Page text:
Super 8 Review (A Second Opinion)

Billy Tatum

Reviewed by:
On June 7, 2011
Last modified:December 4, 2013


Super 8 is the Spielberg film fans have been missing since E.T., complete with all the family friendliness that made him an icon.

In a summer dominated by sequels, capes, lanterns and upcoming shields, it should come as a shock that one of the best movies of the year has the word “super” in it but not a single person can fly, well not on their own. J.J. Abrams goes back to the past, but not totally retro, in the long awaited Super 8.

Like a parent who takes the gift-giving in Christmas very seriously, writer-director J.J. Abrams is the master of hiding things, particularly in boxes. However, it’s hard to argue with the wait when the payoff comes comes with such a big bow.

The year is 1979 and the steel town of Lillian, Ohio has just suffered the loss of one of it’s own. A factory accident claims the wife of Deputy Jackson Lamb (Kyle Chandler), a tragedy that makes townsfolk doubt Lamb’s parenting skills even as he arrests someone at the funeral’s wake. After months of mourning, the father struggles to connect with son Joe (Joel Courtney).

Part of the reason is because Lamb wishes his son wouldn’t constantly hang out with his friends shooting a film in (you guessed it) Super 8. Led by the chubby and impatient Charles (Riley Griffith), Joe along with the junior pyromaniac/explosives expert Carey (Ryan Lee) set out to complete Charles’ zombie film in time to enter a film competition.

When stunning lead actress Alice (Elle Fanning) steals her dad’s car to take the crew to a train station, both actor, director and makeup artist Joe take turns falling for her, just in time to witness a truck veer into an oncoming train. The near deafeaning explosion sends train parts flying and the kids running for cover.

In typical Stand By Me style, the kids investigate and find their science teacher Dr. Woodward (Glynn Turman), busted up but healthy enough to tell them at gunpoint, not to discuss or tell anyone what happened or they and their parents would be killed by “them”. The only clue to the mysterious cargo is boxcar full of silvery looking Rubik’s Cubes of which Joe decides to take one. Only the young director heeds that advice, because warnings from gun wielding teachers only carry so much weight apparently with middle schoolers.

The crash brings out the Air Force led by the slightly sinister Nelec (Noah Emmerich), who seems determined to get back whatever was in the train while erasing anything (or anyone) related to it. Before long, Lamb and Nelec cross paths as Joe and his pals get closer to what was on the train. Lillian residents start to go missing, lights mysteriously start to flicker and dogs start to head for the hills (so much for man’s best friend). Before long, the town is under siege by the military and the missing alien cargo as Lamb, Joe and his crew race to find out which is the bigger danger.

As much an homage to producer Steven Spielberg as to the time period, Abrams both captures and openly adores a certain moment of sweet chaos about 5 minutes before puberty hits when girls were considered pretty instead of hot and best friends weren’t besties or BFFs. What could’ve been E.T meets Cloverfield meets Stand By Me is actually all those things and more.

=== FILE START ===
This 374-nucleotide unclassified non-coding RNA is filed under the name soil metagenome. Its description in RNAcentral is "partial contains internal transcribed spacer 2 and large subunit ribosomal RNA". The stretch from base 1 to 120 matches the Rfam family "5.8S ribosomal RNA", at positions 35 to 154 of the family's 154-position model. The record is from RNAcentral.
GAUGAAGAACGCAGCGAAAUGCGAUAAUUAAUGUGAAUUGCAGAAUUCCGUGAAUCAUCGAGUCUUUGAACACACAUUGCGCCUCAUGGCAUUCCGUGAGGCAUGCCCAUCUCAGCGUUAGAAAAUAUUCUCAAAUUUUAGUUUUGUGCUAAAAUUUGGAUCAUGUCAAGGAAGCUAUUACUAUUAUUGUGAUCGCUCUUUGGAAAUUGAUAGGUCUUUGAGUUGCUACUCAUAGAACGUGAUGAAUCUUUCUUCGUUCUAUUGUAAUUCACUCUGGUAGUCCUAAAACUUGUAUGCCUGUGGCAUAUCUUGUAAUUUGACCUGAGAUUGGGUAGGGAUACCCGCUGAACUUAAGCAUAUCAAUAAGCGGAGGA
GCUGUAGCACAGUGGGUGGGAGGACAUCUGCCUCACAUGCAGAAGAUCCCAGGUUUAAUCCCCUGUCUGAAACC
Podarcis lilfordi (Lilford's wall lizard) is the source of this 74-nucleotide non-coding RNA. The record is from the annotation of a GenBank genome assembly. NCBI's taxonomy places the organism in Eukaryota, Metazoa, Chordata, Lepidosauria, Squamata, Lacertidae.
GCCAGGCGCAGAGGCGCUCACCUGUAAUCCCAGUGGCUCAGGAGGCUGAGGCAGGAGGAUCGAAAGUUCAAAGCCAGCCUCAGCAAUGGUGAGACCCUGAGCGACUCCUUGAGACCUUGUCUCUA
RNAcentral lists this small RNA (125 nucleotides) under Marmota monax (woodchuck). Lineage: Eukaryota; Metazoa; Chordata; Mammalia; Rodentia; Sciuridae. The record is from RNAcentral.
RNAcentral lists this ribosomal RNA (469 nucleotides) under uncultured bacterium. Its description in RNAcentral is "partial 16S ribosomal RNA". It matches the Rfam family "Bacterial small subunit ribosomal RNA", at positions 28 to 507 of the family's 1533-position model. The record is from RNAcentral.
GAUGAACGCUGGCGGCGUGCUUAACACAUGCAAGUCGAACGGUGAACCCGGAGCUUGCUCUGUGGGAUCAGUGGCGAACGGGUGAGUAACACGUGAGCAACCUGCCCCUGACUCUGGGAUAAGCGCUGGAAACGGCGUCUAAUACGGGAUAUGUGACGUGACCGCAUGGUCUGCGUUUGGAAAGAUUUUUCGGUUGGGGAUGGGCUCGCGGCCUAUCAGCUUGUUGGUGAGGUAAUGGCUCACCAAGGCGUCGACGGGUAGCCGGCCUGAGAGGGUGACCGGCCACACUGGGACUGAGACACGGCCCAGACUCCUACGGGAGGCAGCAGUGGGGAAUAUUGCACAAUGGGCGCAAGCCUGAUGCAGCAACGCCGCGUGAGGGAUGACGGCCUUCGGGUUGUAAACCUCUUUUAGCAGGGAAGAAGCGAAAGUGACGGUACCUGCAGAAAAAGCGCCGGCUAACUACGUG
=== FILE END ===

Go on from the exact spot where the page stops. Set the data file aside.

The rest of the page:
The Spielberg trademarks of the child from a broken home and the E.T. bike sequences aren’t just familiar colors on the camera, they also whisper a song of innocence that Abrams succeeds in capturing and running with. From the casting of age appropriate unknowns to his own trademark over the top explosion sequences, a lot of care was taken to make this film as genuine to his vision as it was to his mentor’s welcome supervision.

Conflicted relationships overtake CGI on the menu as the director holds off revealing the alien until the last possible moment. Whether it’s the friendship turned rivalry between Joe and Charles or the budding friendship on the verge of romance between Alice and Joe, Abrams makes a smooth transition between them as he takes turns wearing both writer and director hats.

The alien; however, is a bit unimpressive when finally revealed, mainly because after all the buildup, we really don’t find out enough about him or his people. He does wreak enough havok to be taken seriously though. Maybe that was Abrams plan all along, to make an old school monster movie where the monster doesn’t get top billing.

Trailer embedded teasers have gone from novel to cheap gimmick, but you’ll kick yourself with both feet if you leave the theater without staying for what comes after the final scene. Consider it a reward for good behavior for being patient enough to wait to see what was inside the box.

Although Abrams should be commended for making an excellent film, Super 8 is the Spielberg film fans have been missing since E.T., complete with all the family friendliness that made him an icon, but with enough action and things blowing up to make it summer friendly too.

Super 8 Review (A Second Opinion)

Super 8 is the Spielberg film fans have been missing since E.T., complete with all the family friendliness that made him an icon.